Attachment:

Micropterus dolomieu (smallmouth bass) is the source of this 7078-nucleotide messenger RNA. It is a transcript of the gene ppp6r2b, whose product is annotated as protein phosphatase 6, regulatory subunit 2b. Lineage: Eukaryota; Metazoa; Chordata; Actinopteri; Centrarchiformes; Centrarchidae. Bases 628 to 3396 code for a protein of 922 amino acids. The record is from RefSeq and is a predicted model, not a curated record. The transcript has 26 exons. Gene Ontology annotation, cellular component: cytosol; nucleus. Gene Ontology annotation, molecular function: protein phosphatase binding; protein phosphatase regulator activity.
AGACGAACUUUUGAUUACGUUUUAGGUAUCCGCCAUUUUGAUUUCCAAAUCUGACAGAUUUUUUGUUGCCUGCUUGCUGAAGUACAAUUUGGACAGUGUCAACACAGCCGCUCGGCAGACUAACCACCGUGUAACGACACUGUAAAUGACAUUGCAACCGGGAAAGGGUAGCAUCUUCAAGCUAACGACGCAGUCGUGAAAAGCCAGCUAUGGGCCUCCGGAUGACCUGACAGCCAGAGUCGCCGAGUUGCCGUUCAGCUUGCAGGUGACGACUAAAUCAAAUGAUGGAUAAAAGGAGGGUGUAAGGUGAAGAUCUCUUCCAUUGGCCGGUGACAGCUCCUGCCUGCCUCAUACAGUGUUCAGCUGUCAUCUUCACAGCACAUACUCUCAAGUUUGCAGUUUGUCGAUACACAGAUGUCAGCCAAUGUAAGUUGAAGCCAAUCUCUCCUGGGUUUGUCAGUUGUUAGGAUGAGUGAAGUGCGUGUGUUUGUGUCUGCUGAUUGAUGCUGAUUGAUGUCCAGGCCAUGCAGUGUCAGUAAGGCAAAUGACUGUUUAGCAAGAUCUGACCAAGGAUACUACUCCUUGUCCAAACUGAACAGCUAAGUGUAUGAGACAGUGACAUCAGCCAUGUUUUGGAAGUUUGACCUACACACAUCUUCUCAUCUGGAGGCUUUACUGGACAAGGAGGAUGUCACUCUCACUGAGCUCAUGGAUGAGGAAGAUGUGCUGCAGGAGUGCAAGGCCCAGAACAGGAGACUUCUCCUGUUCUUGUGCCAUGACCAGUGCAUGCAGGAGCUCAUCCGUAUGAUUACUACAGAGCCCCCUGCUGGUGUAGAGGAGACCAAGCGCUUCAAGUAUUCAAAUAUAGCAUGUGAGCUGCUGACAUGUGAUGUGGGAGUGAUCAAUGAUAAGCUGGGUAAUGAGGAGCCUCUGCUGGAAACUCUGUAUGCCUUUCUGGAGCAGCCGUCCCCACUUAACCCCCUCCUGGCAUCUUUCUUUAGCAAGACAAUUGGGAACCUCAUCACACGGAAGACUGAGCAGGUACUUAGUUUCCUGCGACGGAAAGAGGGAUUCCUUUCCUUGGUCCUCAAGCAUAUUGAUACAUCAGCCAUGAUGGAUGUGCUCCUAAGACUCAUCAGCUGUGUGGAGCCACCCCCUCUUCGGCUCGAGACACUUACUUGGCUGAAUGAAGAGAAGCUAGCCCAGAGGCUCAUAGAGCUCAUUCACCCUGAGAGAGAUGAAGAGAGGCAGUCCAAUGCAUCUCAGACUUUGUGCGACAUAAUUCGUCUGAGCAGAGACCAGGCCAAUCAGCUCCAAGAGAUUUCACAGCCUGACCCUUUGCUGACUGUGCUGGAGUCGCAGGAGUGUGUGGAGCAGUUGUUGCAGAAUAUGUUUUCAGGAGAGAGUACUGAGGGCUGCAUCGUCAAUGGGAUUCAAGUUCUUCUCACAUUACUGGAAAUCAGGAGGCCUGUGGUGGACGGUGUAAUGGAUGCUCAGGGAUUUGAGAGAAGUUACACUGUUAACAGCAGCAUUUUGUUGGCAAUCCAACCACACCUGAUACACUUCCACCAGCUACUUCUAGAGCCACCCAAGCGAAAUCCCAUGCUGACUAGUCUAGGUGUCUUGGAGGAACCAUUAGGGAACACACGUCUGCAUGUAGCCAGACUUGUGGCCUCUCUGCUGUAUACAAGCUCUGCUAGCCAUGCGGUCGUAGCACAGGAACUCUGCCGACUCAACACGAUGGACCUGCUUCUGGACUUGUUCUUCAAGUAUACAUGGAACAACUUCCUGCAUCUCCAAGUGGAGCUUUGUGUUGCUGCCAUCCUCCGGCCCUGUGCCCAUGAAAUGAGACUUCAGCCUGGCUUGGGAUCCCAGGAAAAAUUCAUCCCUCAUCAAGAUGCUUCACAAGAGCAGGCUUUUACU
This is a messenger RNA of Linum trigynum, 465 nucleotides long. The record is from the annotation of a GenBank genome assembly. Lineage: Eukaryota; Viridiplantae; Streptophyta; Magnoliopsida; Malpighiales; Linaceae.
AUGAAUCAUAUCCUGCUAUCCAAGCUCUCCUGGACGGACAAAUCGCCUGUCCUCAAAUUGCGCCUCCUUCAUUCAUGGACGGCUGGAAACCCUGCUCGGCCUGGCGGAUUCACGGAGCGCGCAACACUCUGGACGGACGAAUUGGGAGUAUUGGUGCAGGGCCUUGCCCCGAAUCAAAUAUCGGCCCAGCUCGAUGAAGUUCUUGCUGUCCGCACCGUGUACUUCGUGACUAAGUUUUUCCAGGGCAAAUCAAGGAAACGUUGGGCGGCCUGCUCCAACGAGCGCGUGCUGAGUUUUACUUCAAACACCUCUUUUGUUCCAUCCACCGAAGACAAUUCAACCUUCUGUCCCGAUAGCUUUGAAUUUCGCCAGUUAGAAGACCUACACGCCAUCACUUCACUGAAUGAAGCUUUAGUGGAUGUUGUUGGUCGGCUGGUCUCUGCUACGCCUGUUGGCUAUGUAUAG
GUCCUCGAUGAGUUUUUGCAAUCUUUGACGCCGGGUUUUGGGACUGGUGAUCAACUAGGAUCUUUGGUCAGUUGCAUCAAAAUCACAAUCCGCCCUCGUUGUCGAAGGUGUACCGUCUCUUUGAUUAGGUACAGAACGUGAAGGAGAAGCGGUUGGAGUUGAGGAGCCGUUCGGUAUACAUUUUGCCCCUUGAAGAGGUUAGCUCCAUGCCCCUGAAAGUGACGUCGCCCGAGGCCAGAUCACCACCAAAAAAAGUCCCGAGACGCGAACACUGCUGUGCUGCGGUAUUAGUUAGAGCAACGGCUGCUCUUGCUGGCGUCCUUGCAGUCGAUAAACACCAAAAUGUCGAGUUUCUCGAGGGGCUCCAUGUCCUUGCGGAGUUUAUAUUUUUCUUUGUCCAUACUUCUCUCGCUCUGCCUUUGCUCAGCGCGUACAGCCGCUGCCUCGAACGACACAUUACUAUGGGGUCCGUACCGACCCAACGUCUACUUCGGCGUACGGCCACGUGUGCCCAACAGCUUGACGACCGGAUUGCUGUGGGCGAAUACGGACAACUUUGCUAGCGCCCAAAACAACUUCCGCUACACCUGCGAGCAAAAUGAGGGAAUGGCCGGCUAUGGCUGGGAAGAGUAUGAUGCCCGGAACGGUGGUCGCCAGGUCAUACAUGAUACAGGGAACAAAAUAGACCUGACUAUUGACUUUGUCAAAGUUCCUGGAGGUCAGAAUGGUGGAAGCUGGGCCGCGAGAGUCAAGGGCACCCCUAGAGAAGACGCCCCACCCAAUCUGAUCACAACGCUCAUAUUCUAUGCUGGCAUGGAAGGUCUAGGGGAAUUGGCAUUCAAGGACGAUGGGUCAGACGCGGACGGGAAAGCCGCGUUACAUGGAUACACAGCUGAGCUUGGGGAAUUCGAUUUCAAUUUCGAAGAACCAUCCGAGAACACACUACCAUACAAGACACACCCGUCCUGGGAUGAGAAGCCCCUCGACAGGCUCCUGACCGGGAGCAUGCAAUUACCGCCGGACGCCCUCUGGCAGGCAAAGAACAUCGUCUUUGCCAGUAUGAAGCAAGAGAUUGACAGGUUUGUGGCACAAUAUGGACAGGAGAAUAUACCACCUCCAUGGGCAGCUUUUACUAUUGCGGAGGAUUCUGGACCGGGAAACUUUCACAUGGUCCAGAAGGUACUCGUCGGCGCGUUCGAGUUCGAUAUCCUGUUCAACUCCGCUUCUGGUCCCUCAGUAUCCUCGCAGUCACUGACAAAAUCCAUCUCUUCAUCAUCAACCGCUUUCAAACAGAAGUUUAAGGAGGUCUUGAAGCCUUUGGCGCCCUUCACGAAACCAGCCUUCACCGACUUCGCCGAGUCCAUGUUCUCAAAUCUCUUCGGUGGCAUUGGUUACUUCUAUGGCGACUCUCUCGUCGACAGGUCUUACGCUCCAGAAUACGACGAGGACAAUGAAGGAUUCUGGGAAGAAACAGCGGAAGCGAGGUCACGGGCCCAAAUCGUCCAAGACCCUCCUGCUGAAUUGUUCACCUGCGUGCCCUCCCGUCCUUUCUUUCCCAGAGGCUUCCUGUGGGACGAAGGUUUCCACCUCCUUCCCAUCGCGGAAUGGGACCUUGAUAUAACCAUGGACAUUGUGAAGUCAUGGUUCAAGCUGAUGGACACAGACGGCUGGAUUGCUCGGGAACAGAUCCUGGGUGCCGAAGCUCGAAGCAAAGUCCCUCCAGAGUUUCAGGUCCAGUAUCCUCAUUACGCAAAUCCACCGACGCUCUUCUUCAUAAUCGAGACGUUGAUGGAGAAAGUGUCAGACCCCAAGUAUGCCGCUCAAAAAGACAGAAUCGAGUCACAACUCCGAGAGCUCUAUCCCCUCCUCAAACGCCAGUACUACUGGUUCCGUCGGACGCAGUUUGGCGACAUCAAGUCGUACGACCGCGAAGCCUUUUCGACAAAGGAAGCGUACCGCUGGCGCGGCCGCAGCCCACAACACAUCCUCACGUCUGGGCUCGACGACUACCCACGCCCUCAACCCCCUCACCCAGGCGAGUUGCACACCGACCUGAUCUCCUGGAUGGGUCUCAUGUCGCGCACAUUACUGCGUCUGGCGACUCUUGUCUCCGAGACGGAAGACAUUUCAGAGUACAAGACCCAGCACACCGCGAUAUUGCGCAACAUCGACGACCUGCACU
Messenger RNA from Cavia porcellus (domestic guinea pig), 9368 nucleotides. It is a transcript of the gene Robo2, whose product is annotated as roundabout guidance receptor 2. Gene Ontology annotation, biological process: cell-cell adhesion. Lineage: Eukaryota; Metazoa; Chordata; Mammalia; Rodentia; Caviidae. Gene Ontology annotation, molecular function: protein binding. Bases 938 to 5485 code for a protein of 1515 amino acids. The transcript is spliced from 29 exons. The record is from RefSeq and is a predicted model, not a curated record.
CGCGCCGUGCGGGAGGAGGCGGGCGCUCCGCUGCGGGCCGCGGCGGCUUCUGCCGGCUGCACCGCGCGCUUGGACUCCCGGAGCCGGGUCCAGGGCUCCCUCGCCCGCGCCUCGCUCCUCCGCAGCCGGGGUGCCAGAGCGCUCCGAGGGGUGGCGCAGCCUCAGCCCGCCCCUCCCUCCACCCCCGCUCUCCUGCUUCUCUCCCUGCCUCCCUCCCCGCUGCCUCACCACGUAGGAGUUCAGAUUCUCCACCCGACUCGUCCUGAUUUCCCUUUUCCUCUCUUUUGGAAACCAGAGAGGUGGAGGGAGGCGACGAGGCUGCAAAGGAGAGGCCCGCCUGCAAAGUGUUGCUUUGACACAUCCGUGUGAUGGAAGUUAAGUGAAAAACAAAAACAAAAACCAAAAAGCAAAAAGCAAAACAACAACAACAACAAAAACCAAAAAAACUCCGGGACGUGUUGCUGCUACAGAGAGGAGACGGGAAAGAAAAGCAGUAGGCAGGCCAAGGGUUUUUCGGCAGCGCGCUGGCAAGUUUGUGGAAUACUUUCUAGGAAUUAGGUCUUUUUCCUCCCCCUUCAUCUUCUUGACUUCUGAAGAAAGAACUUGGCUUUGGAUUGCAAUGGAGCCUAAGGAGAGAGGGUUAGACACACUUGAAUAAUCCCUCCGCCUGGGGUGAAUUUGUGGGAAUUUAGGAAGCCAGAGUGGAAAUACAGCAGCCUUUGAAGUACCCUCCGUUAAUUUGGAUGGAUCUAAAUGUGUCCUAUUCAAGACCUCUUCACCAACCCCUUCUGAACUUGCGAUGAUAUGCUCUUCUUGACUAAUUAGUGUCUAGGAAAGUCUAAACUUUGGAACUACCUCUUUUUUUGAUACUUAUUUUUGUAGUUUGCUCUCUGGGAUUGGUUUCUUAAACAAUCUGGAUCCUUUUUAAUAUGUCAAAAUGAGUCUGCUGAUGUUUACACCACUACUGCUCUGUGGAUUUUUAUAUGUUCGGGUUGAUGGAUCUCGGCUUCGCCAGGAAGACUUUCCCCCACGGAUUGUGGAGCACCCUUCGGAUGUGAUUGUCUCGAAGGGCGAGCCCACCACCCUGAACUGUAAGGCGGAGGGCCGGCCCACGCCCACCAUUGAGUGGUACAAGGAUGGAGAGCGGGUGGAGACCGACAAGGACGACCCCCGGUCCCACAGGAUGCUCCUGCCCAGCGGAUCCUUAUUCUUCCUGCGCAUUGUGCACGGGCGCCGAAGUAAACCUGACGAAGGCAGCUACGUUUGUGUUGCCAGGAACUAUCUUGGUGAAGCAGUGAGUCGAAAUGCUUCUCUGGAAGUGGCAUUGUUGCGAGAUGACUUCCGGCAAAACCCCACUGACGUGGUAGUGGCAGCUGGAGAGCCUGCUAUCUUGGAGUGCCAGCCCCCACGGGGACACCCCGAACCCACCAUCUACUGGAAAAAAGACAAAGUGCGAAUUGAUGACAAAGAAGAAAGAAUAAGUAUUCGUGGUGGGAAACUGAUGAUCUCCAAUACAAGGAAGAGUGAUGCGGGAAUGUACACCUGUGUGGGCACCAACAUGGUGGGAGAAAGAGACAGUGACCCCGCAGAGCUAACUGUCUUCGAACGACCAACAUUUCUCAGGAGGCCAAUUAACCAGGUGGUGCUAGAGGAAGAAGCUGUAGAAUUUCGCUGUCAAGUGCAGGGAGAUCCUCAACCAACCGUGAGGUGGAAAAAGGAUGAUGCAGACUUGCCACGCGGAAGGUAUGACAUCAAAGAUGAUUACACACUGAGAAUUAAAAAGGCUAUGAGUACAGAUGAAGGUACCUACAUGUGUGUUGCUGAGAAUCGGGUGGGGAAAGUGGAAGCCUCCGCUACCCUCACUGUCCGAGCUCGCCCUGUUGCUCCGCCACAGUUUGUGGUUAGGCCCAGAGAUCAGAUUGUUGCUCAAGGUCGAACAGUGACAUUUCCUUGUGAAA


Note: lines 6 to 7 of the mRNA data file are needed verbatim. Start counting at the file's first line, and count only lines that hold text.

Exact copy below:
Messenger RNA from Cavia porcellus (domestic guinea pig), 9368 nucleotides. It is a transcript of the gene Robo2, whose product is annotated as roundabout guidance receptor 2. Gene Ontology annotation, biological process: cell-cell adhesion. Lineage: Eukaryota; Metazoa; Chordata; Mammalia; Rodentia; Caviidae. Gene Ontology annotation, molecular function: protein binding. Bases 938 to 5485 code for a protein of 1515 amino acids. The transcript is spliced from 29 exons. The record is from RefSeq and is a predicted model, not a curated record.
CGCGCCGUGCGGGAGGAGGCGGGCGCUCCGCUGCGGGCCGCGGCGGCUUCUGCCGGCUGCACCGCGCGCUUGGACUCCCGGAGCCGGGUCCAGGGCUCCCUCGCCCGCGCCUCGCUCCUCCGCAGCCGGGGUGCCAGAGCGCUCCGAGGGGUGGCGCAGCCUCAGCCCGCCCCUCCCUCCACCCCCGCUCUCCUGCUUCUCUCCCUGCCUCCCUCCCCGCUGCCUCACCACGUAGGAGUUCAGAUUCUCCACCCGACUCGUCCUGAUUUCCCUUUUCCUCUCUUUUGGAAACCAGAGAGGUGGAGGGAGGCGACGAGGCUGCAAAGGAGAGGCCCGCCUGCAAAGUGUUGCUUUGACACAUCCGUGUGAUGGAAGUUAAGUGAAAAACAAAAACAAAAACCAAAAAGCAAAAAGCAAAACAACAACAACAACAAAAACCAAAAAAACUCCGGGACGUGUUGCUGCUACAGAGAGGAGACGGGAAAGAAAAGCAGUAGGCAGGCCAAGGGUUUUUCGGCAGCGCGCUGGCAAGUUUGUGGAAUACUUUCUAGGAAUUAGGUCUUUUUCCUCCCCCUUCAUCUUCUUGACUUCUGAAGAAAGAACUUGGCUUUGGAUUGCAAUGGAGCCUAAGGAGAGAGGGUUAGACACACUUGAAUAAUCCCUCCGCCUGGGGUGAAUUUGUGGGAAUUUAGGAAGCCAGAGUGGAAAUACAGCAGCCUUUGAAGUACCCUCCGUUAAUUUGGAUGGAUCUAAAUGUGUCCUAUUCAAGACCUCUUCACCAACCCCUUCUGAACUUGCGAUGAUAUGCUCUUCUUGACUAAUUAGUGUCUAGGAAAGUCUAAACUUUGGAACUACCUCUUUUUUUGAUACUUAUUUUUGUAGUUUGCUCUCUGGGAUUGGUUUCUUAAACAAUCUGGAUCCUUUUUAAUAUGUCAAAAUGAGUCUGCUGAUGUUUACACCACUACUGCUCUGUGGAUUUUUAUAUGUUCGGGUUGAUGGAUCUCGGCUUCGCCAGGAAGACUUUCCCCCACGGAUUGUGGAGCACCCUUCGGAUGUGAUUGUCUCGAAGGGCGAGCCCACCACCCUGAACUGUAAGGCGGAGGGCCGGCCCACGCCCACCAUUGAGUGGUACAAGGAUGGAGAGCGGGUGGAGACCGACAAGGACGACCCCCGGUCCCACAGGAUGCUCCUGCCCAGCGGAUCCUUAUUCUUCCUGCGCAUUGUGCACGGGCGCCGAAGUAAACCUGACGAAGGCAGCUACGUUUGUGUUGCCAGGAACUAUCUUGGUGAAGCAGUGAGUCGAAAUGCUUCUCUGGAAGUGGCAUUGUUGCGAGAUGACUUCCGGCAAAACCCCACUGACGUGGUAGUGGCAGCUGGAGAGCCUGCUAUCUUGGAGUGCCAGCCCCCACGGGGACACCCCGAACCCACCAUCUACUGGAAAAAAGACAAAGUGCGAAUUGAUGACAAAGAAGAAAGAAUAAGUAUUCGUGGUGGGAAACUGAUGAUCUCCAAUACAAGGAAGAGUGAUGCGGGAAUGUACACCUGUGUGGGCACCAACAUGGUGGGAGAAAGAGACAGUGACCCCGCAGAGCUAACUGUCUUCGAACGACCAACAUUUCUCAGGAGGCCAAUUAACCAGGUGGUGCUAGAGGAAGAAGCUGUAGAAUUUCGCUGUCAAGUGCAGGGAGAUCCUCAACCAACCGUGAGGUGGAAAAAGGAUGAUGCAGACUUGCCACGCGGAAGGUAUGACAUCAAAGAUGAUUACACACUGAGAAUUAAAAAGGCUAUGAGUACAGAUGAAGGUACCUACAUGUGUGUUGCUGAGAAUCGGGUGGGGAAAGUGGAAGCCUCCGCUACCCUCACUGUCCGAGCUCGCCCUGUUGCUCCGCCACAGUUUGUGGUUAGGCCCAGAGAUCAGAUUGUUGCUCAAGGUCGAACAGUGACAUUUCCUUGUGAAA